Safety Board Faults Metro in Fatal Crash
Wednesday, October 30, 1996; 5:20 AM
A fatal subway crash occurred because Metro relied on a flawed computer system to run trains and because agency workers were reluctant to challenge orders, even to prevent an accident, a federal report released yesterday said.
In a blunt criticism of Metro's generally well-regarded rail operation, the National Transportation Safety Board said the January accident exposed a 20-year-old defect in the computer-controlled system that operates trains, a flaw that could have caused a far more serious accident and killed hundreds of people. For two decades, the report said, Metro's train brakes had not been set with enough pressure to consistently stop computer-controlled trains on wet tracks.
The board's report also accused Metro managers and regional directors of not taking safety seriously enough on the 89.5-mile rail system, which carries nearly 275,000 people each weekday. Metro managers said yesterday that they have made changes to solve the braking problems.
Operator Darel W. Callands, 48, was killed the evening of Jan. 6 when his computer-controlled train was unable to stop on icy tracks and streaked past the platform at the Shady Grove station, plowing into a parked train. Two passengers on board escaped injury in the crash, which occurred as a snowstorm was hitting the Washington area.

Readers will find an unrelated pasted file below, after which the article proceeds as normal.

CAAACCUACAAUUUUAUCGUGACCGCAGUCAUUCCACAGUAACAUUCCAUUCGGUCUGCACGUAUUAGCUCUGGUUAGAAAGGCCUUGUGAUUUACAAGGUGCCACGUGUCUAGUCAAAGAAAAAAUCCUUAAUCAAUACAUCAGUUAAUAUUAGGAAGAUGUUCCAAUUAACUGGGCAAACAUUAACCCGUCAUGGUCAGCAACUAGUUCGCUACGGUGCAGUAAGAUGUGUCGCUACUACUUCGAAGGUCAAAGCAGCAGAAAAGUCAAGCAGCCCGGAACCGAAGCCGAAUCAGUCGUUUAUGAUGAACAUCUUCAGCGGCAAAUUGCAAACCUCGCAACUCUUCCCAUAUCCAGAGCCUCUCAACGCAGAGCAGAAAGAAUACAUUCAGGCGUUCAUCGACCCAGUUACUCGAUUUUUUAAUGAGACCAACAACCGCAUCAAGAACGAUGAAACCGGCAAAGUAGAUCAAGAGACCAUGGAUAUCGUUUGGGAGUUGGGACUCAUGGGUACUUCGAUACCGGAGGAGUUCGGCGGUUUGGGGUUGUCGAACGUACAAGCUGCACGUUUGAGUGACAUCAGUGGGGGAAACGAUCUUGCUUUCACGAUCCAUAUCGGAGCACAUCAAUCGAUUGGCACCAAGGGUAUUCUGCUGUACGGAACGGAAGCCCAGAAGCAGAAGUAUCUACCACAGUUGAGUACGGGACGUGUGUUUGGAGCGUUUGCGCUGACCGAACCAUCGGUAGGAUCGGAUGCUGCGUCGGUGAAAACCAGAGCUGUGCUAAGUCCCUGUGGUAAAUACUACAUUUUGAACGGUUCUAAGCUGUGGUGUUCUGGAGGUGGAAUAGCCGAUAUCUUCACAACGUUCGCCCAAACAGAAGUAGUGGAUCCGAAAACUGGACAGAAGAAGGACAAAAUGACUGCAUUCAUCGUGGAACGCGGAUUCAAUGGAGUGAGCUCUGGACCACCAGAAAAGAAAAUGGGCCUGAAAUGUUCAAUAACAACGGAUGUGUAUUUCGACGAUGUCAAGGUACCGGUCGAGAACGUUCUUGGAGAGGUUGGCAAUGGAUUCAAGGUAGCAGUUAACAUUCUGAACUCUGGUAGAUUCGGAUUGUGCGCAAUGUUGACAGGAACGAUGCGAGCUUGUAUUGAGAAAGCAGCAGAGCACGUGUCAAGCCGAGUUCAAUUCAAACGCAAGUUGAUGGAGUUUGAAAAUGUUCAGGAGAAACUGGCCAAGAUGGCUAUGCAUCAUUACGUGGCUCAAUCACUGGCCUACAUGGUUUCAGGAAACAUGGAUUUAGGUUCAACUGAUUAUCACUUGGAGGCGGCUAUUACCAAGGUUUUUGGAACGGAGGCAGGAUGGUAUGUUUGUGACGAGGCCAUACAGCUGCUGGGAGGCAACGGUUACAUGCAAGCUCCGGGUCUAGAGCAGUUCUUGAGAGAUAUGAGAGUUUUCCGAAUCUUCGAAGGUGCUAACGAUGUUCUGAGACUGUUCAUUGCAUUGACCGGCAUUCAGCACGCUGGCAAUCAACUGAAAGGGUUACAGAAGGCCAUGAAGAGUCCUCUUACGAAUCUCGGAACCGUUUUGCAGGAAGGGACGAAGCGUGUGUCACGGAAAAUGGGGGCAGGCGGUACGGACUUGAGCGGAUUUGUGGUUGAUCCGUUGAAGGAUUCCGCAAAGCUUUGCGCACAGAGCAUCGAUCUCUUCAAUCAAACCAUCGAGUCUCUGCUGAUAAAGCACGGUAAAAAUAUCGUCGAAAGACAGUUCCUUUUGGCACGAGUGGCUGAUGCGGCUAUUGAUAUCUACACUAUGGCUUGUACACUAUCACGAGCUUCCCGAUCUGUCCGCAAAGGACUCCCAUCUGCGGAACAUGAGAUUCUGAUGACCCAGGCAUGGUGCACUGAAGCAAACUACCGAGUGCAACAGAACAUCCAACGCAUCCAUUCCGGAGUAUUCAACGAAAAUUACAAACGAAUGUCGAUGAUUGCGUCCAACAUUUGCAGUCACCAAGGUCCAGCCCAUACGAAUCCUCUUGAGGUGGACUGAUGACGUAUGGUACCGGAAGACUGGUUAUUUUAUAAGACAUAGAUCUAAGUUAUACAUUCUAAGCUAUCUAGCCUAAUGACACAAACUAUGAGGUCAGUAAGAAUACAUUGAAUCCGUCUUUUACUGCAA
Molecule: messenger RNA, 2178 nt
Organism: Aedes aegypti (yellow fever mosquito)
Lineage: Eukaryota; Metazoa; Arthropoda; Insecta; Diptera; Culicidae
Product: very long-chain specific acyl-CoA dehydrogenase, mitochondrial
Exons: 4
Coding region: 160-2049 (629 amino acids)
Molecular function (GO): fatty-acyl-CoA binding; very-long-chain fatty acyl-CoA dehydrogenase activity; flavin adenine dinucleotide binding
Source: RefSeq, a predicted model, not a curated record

Although Callands's train had slid past two other station platforms just before the crash -- and was traveling at 75 mph, well above the system's speed limit of 59 mph -- Metro's control center told him to continue automatic operation. For 20 years, Metro had required operators to go to manual control in bad weather so they could control train speeds and braking directly.
But on the evening of the crash, Metro controllers were following orders from then-Deputy General Manager Fady P. Bassily, who two months earlier had reversed the manual operation policy and told operators to run trains automatically, even in bad weather.
The automatic system applies brakes more gradually than a typical train operator does; Metro engineers hoped it would result in less wear on wheels. But Bassily's order -- which investigators said he issued without telling his superiors at Metro -- exposed the fact that Metro's train brakes weren't reliable in stopping automatically controlled trains in bad weather.
"The bottom line of this is, the . . . safety responsibility was handed off to the computer, and we saw the outcome," NTSB Chairman Jim Hall said. "The operator was operating within the rules, and everyone sat and watched the computer take him right into an accident."
In the report, federal investigators described Metro's management culture as "military" and stifling to those who might take initiative to make improvements. They said Metro's control center was deficient in its performance the night of the crash, in part because controllers feared that overriding Bassily's orders could cost them their jobs.
The controllers, the report said, were discouraged from using "their own experience, knowledge and judgment to make decisions involving safety."
At a news conference yesterday afternoon, Metro General Manager Richard A. White and several board members defended the safety of the subway system but acknowledged that mistakes were made leading up to the accident.
White, a daily Metro commuter who came to Washington two months ago after heading San Francisco's transit system, said it was "highly improbable" such an accident could occur again.